On writing “Cantata 147: The Final Chorale”
by Amy Andrews.
The beds in my granny’s Kentucky farmhouse were covered with “old work quilts” my great-grandmother hand pieced from scraps. The “nice” quilts, patterned, like the Double Wedding Rings, were displayd on a quilt rack in the corner. As a child, my mother slept in featherbeds with warmed bricks near her feet and the weight of those work quilts piled on. As an adult, she moved to the suburbs. Once, when we visited the farm, I watched my mother rub her finger softly across different triangles of one of the scrap quilts, remembering: her grandmother’s work dresses, her daddy’s Sunday trousers, the suit her mother sewed for her when she went away to college . . .
and, in effect, left her childhood home for good. Not completely unlike others had done decades earlier, only a few miles to the north, when they huddled on the south bank of the Ohio River and considered the lights of Cincinnati. On the Underground Railroad, I once read, the fugitive slaves followed the quilts hung in the windows, draped over the porch railings, hung out on the lines. Each block pattern contained a code. The Monkey Wrench meant to make ready, to gather tools. The Log Cabin pattern signaled a safe house. A Bowtie pattern cautioned to don a disguise. But I recently read the so-called “Code myth” lacks historical corroboration. It simply “materialized” in the 1980’s when interest in folk art surged and women’s studies programs proliferated . . .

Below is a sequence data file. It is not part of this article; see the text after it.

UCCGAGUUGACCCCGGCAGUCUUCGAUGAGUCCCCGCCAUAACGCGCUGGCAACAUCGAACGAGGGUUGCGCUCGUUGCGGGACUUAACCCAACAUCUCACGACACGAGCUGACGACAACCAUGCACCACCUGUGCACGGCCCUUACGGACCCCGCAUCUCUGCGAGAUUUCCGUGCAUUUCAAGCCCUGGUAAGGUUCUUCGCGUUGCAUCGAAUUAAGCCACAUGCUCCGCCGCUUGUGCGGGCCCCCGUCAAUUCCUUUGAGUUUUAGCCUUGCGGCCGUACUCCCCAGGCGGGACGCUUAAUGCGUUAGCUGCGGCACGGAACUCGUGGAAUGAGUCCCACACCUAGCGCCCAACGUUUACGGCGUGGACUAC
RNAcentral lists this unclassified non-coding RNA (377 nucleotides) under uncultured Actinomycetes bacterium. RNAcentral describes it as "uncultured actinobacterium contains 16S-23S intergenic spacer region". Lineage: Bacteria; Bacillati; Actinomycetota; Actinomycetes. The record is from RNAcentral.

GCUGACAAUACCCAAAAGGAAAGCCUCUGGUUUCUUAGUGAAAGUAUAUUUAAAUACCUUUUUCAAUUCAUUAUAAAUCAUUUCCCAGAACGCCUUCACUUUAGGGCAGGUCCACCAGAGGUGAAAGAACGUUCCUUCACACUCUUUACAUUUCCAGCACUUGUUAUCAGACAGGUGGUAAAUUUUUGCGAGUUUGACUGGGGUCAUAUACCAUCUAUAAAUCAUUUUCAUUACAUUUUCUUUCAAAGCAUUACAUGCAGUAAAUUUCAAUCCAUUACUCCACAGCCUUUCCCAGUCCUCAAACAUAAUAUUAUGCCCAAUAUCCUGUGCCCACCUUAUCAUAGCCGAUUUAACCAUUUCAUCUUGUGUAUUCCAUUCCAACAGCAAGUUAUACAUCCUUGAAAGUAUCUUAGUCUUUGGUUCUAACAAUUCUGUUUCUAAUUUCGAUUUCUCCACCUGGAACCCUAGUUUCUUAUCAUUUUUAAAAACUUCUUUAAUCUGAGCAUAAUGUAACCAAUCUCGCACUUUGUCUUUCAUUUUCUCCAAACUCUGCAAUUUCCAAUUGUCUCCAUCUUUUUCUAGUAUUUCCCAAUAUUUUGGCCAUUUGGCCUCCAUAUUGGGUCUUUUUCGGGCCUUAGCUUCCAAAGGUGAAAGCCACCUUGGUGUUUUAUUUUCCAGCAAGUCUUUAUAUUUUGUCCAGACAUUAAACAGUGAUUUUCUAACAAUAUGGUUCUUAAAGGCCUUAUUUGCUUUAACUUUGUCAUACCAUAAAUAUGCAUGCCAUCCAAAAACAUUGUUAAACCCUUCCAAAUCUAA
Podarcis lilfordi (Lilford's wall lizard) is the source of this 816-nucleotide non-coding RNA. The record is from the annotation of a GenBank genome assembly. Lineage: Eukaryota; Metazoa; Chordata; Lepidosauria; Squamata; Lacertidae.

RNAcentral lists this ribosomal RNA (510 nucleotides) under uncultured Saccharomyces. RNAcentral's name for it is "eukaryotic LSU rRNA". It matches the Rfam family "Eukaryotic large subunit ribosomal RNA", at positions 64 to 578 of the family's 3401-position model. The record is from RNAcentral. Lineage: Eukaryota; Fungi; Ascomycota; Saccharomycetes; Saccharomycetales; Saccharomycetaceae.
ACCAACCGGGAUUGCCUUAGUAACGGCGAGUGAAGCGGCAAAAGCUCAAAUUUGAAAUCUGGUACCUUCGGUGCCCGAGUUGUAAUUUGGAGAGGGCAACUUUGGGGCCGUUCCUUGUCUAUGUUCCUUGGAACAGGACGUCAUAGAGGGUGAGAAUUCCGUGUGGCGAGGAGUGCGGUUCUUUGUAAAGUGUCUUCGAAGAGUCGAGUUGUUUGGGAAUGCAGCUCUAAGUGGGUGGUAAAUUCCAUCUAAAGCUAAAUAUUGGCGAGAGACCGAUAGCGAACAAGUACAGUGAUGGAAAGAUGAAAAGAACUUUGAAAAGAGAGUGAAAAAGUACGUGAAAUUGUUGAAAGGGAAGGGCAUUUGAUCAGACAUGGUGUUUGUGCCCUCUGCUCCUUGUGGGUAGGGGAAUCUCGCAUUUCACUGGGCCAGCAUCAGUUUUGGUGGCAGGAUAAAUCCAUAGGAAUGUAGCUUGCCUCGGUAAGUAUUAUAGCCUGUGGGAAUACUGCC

and my friend who loved books and feminism and cigarettes and knitting and who was sadder than we understood quilted obsessively. Once, at a summer cottage in Door County, she handed me a stack of quilt blocks and invited me to play at arranging them. She showed me how many different quilts could be made from the same pile of sqyares depending on how we positioned the light and dark colors, whether we massed or dispersed the blue and how carefully we attended to the subtlest shadings of white. We spent hours, flipping and swapping and repositioning blocks, standing back, squinting . . .
playing at juxtaposition, delighted by secondary patterns emerging, layer upon layer upon layer. In this way patterns we neither intended nor imagined, patterns we recognized but could not explain, materialized. And if we did not know, could not say for certain, exactly what those patterns would have meant to a stranger, or a fugitive, traveling through a dark wood, we did know that, in the process of making the quilt, we had gleaned something valuable, necessary even, to the next leg of our journey.
When I am writing an essay, I often find myself holding a block of memory, or a fact, in my hands, and considering its lightness or its darkness. I play with it, spinning it in its place, pairing it, or repositioning it completely to another quadrant of the essay. Squinting, I try to glimpse the quieter patterns that seem always just beyond my knowing.